17:12 GMT05 August 2020
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    New Delhi (Sputnik): After India and China claimed a consensus on easing the border tensions, the armies of both countries engaged in a violent faceoff that resulted in casualties on both sides in the Galwan area of eastern Ladakh.

    The violent faceoff between the Indian and Chinese armies has left opposition parties in India “shocked”. Expressing disbelief at the turn of events, spokesman for India’s main opposition Congress Party Randeep Singh Surjewala said that it was “unbelievable and unacceptable” and asked Defence Minister Rajnath Singh to confirm the incidents.

    ​Spokesperson of the regional Rastriya Janta Dal (RJD) Manoj Kumar Jha requested that Prime Minister Narendra Modi convene an all-party meet to brief on the situation.

    ​Former chief of Jammu and Kashmir Omar Abdullah said that if this happened during a de-escalation process, “imagine how escalated the situation must be in the first place”.

    ​The governing Bharatiya Janata Party has, however, has not commented on the latest standoff between the two Asian giants.

    Ashwani Mahajan, chief of Swadeshi Jagaran Manch or National Forum for Self-reliance - an affiliate of the governing Bharatiya Janata Party, termed the incident as an “eye-opener” and wanted to “engage economically with China”.  The organisation has been campaigning for boycotting Chinese products and investment in India.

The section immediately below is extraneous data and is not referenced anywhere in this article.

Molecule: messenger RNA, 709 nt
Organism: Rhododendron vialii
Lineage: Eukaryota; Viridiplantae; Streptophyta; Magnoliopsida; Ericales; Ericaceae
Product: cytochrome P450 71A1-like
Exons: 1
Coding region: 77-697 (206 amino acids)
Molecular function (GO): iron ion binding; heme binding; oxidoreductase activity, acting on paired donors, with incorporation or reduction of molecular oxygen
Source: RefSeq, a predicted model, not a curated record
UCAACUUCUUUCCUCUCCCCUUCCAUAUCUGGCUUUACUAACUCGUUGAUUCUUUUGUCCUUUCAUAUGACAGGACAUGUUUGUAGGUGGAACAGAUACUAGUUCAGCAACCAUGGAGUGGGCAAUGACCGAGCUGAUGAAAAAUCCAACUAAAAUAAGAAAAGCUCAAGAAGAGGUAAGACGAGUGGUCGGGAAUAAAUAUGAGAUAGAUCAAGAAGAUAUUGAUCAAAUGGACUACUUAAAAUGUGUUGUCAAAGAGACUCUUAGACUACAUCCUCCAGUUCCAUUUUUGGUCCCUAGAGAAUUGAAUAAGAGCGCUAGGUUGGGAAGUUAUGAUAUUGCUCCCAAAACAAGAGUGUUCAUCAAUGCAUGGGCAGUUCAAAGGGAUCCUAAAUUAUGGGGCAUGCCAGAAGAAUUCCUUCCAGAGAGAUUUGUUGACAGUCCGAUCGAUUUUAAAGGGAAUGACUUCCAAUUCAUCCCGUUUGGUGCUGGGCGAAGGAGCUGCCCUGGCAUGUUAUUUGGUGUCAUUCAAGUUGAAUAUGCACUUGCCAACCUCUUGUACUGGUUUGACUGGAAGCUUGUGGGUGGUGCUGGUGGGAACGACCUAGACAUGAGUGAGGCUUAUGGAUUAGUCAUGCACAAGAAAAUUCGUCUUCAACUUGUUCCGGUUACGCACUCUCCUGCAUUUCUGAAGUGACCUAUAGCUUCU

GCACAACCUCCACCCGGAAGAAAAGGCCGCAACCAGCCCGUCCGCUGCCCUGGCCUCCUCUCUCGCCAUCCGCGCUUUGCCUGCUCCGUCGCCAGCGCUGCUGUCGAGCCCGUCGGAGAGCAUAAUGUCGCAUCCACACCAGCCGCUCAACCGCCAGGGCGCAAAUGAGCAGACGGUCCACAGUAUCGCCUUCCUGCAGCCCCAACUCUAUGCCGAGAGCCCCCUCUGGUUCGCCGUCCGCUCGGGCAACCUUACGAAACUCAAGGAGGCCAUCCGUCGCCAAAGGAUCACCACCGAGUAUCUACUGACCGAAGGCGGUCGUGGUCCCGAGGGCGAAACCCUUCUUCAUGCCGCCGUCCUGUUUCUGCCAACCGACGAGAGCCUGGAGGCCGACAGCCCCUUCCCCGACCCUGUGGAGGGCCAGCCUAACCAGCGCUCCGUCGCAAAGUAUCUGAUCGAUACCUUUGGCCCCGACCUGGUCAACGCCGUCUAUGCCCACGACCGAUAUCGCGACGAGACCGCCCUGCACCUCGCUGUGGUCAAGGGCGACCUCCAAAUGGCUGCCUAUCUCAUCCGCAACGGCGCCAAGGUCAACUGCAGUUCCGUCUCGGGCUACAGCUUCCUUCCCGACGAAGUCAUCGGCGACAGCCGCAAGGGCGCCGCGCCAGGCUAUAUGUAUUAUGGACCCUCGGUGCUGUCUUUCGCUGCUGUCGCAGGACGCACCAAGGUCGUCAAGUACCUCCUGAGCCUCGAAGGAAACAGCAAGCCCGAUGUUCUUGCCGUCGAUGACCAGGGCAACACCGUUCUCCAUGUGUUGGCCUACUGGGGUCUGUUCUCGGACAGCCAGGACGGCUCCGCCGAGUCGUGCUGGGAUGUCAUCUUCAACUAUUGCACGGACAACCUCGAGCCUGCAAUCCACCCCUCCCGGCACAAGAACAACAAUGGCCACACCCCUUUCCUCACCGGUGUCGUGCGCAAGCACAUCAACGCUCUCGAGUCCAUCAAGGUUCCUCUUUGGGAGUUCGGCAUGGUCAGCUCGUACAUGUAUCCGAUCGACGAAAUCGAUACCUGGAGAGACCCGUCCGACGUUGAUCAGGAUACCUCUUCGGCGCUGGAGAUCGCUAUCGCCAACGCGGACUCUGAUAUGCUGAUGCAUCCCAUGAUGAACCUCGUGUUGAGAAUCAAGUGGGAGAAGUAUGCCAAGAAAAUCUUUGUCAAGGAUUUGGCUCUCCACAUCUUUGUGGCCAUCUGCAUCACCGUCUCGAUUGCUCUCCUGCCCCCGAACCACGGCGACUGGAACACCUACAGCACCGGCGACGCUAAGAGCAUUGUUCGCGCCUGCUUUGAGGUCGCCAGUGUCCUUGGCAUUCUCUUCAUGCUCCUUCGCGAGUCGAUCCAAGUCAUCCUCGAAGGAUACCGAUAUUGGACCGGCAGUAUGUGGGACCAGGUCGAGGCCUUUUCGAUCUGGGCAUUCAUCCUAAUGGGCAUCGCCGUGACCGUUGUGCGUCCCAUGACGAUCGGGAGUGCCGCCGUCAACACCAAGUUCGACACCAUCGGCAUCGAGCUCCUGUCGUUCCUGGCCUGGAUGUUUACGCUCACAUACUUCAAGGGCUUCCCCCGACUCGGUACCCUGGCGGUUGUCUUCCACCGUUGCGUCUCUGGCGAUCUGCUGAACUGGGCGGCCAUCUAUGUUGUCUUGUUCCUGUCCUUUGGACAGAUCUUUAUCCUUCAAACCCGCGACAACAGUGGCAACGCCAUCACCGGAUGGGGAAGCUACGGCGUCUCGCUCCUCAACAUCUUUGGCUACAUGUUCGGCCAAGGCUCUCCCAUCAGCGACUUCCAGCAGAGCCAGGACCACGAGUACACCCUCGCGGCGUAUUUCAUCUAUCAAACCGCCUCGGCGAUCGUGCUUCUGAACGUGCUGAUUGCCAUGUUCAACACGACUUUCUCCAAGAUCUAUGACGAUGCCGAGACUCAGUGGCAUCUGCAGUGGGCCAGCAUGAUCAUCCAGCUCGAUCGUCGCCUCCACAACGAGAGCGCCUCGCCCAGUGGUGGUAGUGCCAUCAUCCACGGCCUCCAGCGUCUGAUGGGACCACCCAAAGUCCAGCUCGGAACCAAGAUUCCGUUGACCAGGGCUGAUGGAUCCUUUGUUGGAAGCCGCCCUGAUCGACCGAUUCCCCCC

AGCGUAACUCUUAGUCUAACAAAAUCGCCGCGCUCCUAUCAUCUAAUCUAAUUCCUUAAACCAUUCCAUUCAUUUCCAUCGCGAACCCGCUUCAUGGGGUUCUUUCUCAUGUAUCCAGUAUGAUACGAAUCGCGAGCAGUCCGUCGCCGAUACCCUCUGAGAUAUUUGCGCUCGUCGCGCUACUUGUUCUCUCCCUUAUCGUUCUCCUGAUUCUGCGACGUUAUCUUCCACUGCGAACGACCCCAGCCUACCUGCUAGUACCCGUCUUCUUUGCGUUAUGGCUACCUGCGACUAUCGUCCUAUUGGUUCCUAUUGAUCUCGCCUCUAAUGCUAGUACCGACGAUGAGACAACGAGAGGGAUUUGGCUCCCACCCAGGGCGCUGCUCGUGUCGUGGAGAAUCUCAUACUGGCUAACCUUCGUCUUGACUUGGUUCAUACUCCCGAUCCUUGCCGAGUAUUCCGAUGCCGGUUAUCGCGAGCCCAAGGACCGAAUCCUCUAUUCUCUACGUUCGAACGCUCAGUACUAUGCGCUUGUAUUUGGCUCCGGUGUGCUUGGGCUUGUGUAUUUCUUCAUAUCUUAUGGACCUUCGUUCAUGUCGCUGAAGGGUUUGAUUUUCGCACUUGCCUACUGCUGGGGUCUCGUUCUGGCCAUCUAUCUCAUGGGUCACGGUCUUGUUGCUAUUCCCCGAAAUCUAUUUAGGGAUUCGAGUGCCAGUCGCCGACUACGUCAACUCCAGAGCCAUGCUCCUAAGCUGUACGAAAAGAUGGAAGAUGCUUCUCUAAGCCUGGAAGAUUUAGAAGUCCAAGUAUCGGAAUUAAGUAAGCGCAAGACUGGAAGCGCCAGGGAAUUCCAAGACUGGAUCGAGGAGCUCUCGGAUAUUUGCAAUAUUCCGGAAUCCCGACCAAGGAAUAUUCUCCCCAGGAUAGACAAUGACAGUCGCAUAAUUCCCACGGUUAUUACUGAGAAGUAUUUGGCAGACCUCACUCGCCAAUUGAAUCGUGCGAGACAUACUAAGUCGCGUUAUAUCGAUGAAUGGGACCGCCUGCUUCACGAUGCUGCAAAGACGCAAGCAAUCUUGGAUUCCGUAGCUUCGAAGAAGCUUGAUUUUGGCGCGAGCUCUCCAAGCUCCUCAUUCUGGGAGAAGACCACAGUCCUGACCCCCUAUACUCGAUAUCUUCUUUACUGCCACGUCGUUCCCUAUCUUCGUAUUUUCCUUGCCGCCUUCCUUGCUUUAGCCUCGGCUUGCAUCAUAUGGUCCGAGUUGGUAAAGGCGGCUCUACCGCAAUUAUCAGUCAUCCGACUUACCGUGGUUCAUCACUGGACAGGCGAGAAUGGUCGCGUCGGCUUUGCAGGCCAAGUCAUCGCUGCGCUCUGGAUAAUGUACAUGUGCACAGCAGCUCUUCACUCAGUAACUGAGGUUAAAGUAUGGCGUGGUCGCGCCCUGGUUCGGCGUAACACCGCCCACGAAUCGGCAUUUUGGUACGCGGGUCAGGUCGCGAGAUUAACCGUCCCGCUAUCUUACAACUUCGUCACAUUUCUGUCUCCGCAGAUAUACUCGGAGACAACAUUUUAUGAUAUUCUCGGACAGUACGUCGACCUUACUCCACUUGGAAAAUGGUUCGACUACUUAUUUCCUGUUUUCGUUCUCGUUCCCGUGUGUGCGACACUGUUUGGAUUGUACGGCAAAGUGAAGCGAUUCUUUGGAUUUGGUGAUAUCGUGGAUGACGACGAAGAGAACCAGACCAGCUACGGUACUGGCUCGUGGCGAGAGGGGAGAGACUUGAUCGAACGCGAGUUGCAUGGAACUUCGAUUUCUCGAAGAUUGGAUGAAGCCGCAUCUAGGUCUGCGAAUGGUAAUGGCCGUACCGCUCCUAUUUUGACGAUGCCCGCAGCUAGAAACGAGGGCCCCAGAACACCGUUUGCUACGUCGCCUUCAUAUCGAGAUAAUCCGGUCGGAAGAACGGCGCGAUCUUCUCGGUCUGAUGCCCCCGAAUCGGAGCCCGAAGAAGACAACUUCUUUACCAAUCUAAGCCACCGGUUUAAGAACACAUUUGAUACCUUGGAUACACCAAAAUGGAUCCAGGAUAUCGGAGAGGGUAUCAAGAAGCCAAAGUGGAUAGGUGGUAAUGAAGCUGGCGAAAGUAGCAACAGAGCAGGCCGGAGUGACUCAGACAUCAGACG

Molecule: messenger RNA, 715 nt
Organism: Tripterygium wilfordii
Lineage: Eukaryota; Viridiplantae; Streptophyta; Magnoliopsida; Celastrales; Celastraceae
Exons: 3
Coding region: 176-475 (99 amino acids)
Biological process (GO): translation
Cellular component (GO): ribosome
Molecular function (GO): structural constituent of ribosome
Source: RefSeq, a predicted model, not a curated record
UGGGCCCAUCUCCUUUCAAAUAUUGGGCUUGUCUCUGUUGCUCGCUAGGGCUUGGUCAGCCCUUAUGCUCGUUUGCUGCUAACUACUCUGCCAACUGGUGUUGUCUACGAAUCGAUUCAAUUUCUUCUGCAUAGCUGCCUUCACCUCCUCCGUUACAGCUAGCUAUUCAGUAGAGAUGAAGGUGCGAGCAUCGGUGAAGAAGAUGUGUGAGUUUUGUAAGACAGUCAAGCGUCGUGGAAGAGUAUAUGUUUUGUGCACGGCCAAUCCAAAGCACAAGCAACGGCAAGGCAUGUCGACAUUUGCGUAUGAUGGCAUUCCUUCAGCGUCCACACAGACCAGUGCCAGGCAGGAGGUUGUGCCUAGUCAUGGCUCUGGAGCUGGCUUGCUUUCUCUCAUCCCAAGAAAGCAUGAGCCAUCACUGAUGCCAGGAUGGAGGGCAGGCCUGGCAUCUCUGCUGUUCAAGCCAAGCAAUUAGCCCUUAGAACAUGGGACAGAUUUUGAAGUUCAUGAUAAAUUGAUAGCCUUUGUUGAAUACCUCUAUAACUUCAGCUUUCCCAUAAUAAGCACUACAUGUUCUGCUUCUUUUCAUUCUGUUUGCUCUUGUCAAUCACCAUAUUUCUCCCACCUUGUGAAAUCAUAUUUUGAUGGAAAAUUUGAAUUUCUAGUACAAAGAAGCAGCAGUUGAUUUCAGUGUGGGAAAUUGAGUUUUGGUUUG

​On Monday night, one Indian Army officer and two soldiers were killed in clashes with Chinese troops in Ladakh, the Galwan Valley, and the two countries' senior military officials are now holding talks to defuse tensions, India's military said on Tuesday. The Chinese Foreign Ministry said that Indian troops crossed the border twice on Monday, "provoking and attacking Chinese personnel, resulting in a serious physical confrontation between border forces on the two sides".

    India and China have been negotiating to settle border disputes for the past several decades and both sides have designated special representatives for talks. They have so far held 22 rounds of talks, but the result has only been incremental.  

    India and China share a border from Arunachal Pradesh in the northeast to Sikkim in the centre and Ladakh in the northern region. While it is mainly a land border in most regions, in Pangong Tso in eastern Ladakh, it passes through a lake.

    India controls the 45-km long lake in the western portion, while the rest is under Chinese control. Most of the clashes between the Indian and Chinese armies have taken place near the disputed portion of the lake.


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